Motion respects and reinforces the user as the prime mover. Primary user actions are inflection points that initiate motion, transforming the whole design.

All action takes place in a single environment. Objects are presented to the user without breaking the continuity of experience even as they transform and reorganize.

Motion is meaningful and appropriate, serving to focus attention and maintain continuity. Feedback is subtle yet clear. Transitions are efficient yet coherent.

10 webdesign trends in 2015

In 2014, the biggest web design trends included: grid layouts, flat design, background videos, and the increasing capabilities of HTML5 APIs.

So which trends, technologies and techniques will define 2015? net magazine set out to uncover them by asking 20 of the web’s brightest designers, developers and thinkers.

Here’s our list of 2015’s defining trends. Some ideas are featured in net magazine’s feature. Most contained here are exclusive, and you won’t read them anywhere else.

1. Huge background images

02. Card-based design

Creative director Haraldur Thorleifsson says card-based design will be big: “Content needs to fit on different types and sizes of screen, and cards are the easiest way to make that work across platforms.” He adds this presents a design challenge, since cards can be dull, “but we’re seeing fun, clever takes on this from companies like Google”.

03. Digital-first branding

Clearleft founder Andy Budd ( says “as more companies realise their customers’ primary experience with them is online, we’ll see more digital-first-approaches to branding”. He predicts companies “ditching traditional branding agencies who treat the web with the same care as a branded mug”, instead “commissioning digital agencies to conceive a brand that works first online before filtering down to other channels.”

Ghostly Ferns founder Meg Lewis ( adds this may result in “more brands with responsive, fluctuating logos,” which will “force designers to think about a logo from ‘big picture’ to ‘minute detail’ as it scales”.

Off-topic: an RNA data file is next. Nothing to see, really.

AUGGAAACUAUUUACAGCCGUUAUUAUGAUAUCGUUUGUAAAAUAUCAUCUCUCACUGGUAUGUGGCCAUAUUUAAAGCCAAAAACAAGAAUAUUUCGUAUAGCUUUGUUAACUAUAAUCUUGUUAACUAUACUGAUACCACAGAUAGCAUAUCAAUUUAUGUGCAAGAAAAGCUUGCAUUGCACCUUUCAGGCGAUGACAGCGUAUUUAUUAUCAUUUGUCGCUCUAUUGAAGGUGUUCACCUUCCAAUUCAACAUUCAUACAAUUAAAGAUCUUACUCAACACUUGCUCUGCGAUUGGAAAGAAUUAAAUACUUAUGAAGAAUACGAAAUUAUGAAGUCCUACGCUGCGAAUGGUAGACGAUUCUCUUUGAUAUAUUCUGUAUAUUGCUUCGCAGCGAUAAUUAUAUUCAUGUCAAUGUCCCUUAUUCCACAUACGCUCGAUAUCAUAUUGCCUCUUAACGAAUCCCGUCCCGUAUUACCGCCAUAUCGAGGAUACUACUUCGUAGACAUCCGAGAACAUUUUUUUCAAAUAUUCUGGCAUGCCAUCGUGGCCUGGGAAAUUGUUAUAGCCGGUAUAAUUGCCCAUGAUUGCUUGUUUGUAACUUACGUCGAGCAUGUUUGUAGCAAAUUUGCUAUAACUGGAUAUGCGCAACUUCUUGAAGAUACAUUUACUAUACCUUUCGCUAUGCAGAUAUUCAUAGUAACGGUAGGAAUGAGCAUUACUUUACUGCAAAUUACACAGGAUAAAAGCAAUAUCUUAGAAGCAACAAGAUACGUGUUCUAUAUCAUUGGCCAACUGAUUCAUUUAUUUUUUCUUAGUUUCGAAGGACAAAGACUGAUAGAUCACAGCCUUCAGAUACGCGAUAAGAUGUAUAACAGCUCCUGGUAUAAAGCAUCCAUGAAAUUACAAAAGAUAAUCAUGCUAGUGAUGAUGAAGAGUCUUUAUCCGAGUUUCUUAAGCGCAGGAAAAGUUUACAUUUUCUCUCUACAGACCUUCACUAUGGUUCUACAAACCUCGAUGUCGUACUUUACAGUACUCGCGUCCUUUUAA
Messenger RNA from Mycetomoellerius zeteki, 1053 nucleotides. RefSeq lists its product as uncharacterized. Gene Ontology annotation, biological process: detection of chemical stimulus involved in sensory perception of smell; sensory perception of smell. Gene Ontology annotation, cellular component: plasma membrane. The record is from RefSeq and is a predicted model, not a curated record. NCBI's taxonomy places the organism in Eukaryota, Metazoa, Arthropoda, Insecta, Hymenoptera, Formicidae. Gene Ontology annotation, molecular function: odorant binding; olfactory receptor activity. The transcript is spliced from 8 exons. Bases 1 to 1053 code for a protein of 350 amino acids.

04. Open data

Sally Jenkinson says open data’s been on the rise, but many digital spaces remain “more closed than ever” and so “leaders such as The Open Data Institute are working to promote more openness”. She reckons this will gain public awareness in 2015, and projects will respond accordingly, in terms of publishing and consumption.

Clearleft’s Andy Parker says we’ll therefore see “more public and private companies making data and content available”. In turn, this will result in “some pretty spectacular services being created, like the Cern sandbox”.

05. Responsive design – evolved

Designer Victor Erixon ( expects the industry to “continue maintaining simple and minimal aesthetics,” with the web “becoming fully customised for different viewports”.

But others see responsive design going further. Jonathan Smiley ( thinks we’ll see “responsive design practices become more important in native apps,” in part through a proliferation of wearables. “Apple Watch, for example, relies on a responsive-like flow to accommodate a small screen, and so while 2015 isn’t the year the web and native become the same, it’ll get us much closer.”

06. Privacy

Designer Laura Kalbag ( says we’ve long “designed for security, so people can trust forms and checkouts with their information”. Now, as people become aware of how data can be exchanged with third parties, “they’ll be reluctant to share it without good reason — and rightly so”.

07. Isomorphic JavaScript

Aaron Gustafson has a different take on JavaScript frameworks

Web design author and practitioner Aaron Gustafson has an alternate take on investment in frontend JavaScript frameworks like Angular and Ember: “Development benefits can be great in terms of speed of development, but there are costs to using this approach. JavaScript is the single biggest point of failure in any web-based product. Unlike on the server side, we do not control the execution of code in the browser.”

He therefore reckons we’ll see more use of isomorphic JavaScript, for companies that have heavily invested in JavaScript for their site infrastructure: “It offers improvements in the areas of performance, SEO, and maintainability to boot. Airbnb and Twitter have moved to this approach. Others will surely follow.”

08. Iteration

Designer Robby Leonardi mulls that perhaps 2015’s big trend will be iteration on what we already have: “We just had trends such as responsive and flat design, and it will take time for another big thing to happen.”

By contrast, he sees enhancements on existing concepts and technologies, with increasingly sophisticated web layouts, better typography, and more designing in the browser.

09. Vibrant design

Google’s Material design is set to inspire designers

BaseKit co-founder Richard Healy believes Google’s Material design specification – intended to combine the texture and tactility of paper and ink with the ‘imagination and magic of digital’ – will inspire designers.